The training of Brazilian advertising professionals was formalized in 1951 with the founding of the Museum of Art of São Paulo's School of Advertising. One example of the pre-eminence of U.S. agencies in training Brazilians prior to the founding of any such institutions was the government's award of the Order of the Southern Cross—the highest honor Brazil can bestow upon a foreigner—to JWT Brazil President Robert F. Merrick for "his contribution to the development of the advertising business, technically and ethically; to the creation of a highly qualified group of Brazilian professionals; and, through this, to the economic development of the country."
The advertising industry was also important in the growth and professionalization of the Brazilian media. New magazines such as Manchete (founded in 1950) featured color advertising for a variety of products, which provided the publications with much-needed revenue. In radio, ad revenue helped build on the successes of the 1930s and '40s as the number of stations and owners of sets continued to expand. (Private ownership, public ownership and the official encouragement of investment coexisted during the expansion of Brazilian radio.)
In the new medium of TV, introduced to mass audiences in the early '50s by TV Tupi in Sao Paulo, advertisers adopted a system of sponsorship under which they imported U.S. programs or commissioned local productions (this system continued until the rise of Brazilian TV giant TV Globo in the late 1960s), while U.S.-based agencies imported the technology to produce TV advertising locally. Although in 1960 TV accounted for only 6% of advertising revenue, the stage had been set for tremendous growth. By the 1980s TV received more than 60% of all advertising expenditures in Brazil.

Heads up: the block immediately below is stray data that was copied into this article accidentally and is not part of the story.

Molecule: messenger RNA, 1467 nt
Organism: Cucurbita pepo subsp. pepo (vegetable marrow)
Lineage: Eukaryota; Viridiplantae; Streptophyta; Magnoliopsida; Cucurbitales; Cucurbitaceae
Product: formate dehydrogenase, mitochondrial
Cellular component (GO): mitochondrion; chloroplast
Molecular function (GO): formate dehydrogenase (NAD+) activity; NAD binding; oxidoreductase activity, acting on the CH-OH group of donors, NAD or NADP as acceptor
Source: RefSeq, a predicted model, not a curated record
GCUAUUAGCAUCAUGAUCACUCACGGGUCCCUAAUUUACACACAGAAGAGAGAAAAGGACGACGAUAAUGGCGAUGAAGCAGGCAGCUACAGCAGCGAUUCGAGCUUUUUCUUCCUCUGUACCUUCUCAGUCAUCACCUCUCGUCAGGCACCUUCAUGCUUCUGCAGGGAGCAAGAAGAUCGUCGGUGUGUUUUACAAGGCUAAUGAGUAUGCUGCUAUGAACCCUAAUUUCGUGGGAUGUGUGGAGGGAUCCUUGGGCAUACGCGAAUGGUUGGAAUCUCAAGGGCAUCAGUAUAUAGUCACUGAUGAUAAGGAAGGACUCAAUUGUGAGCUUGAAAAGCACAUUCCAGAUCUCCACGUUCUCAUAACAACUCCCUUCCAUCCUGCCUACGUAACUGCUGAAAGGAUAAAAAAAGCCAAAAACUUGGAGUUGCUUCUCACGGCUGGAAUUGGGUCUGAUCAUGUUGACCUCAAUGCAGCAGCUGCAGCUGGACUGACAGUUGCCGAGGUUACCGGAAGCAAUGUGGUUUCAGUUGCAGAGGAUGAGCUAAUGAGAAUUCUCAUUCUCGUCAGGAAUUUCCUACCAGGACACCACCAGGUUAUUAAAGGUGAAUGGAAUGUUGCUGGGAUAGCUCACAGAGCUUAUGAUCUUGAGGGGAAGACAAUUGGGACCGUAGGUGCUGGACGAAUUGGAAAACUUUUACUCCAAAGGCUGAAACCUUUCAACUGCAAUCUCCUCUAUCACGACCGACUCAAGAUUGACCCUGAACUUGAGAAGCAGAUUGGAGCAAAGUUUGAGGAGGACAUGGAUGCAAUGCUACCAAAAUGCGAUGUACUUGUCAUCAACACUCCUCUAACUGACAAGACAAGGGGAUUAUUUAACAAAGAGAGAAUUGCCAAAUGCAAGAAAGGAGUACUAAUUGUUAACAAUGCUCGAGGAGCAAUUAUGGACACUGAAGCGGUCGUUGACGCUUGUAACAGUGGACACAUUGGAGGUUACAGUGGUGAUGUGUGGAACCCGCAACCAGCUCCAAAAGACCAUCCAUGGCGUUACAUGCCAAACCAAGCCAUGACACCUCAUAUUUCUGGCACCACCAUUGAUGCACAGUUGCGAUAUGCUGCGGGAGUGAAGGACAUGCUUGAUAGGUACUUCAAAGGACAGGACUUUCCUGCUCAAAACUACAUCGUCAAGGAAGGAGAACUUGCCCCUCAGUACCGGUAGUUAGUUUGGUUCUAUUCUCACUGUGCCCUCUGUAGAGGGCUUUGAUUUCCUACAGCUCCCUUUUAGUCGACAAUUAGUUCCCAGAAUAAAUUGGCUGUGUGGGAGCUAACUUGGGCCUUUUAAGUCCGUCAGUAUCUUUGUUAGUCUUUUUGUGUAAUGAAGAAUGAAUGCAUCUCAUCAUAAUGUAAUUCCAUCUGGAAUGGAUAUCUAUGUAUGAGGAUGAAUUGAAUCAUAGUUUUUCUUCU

While moving into TV during the 1950s, Brazilian advertising also expanded outward from São Paulo and Rio de Janeiro. Local offices and independent agencies were opened in provincial capitals such as Belo Horizonte, Recife, Pôrto Alegre and Salvador. At the close of the decade, agencies expanded to Brasilia, the then-new federal capital.
In the 1960s, U.S. agencies faced their first significant local challenges. Mauro Salles Publicidade, founded in 1966, was perhaps the most important Brazilian challenger, particularly after its merger in 1967 with Inter-Americana. DPZ, founded by Roberto Duailibi, Francesc Petit, José Zaragoza and Ronald Persichetti the following year, was another important domestic agency. These and other Brazilian agencies proved to be tough competitors for private-sector advertising revenue, while the growing ad budgets of state and national governments went to locally owned agencies. As a result, U.S. agency subsidiaries began the practice of promoting Brazilian executives to top positions (previously held by Americans), even in the U.S. parent companies, in order to "nationalize" themselves.
By the end of the decade, nationalist sentiment and the rise of Brazilian agencies had reached the point where even the largest U.S. shops felt threatened. (JWT was at one time considering a merger in which it would hand over day-to-day control of its Brazilian operations to Mauro Salles.) These concerns, however, did not stop other U.S. agencies from investing in Brazilian shops. Ogilvy & Mather and Leo Burnett Co., for example, acquired minority interests in Brazilian shops Standard and CIN, respectively, during the late 1960s.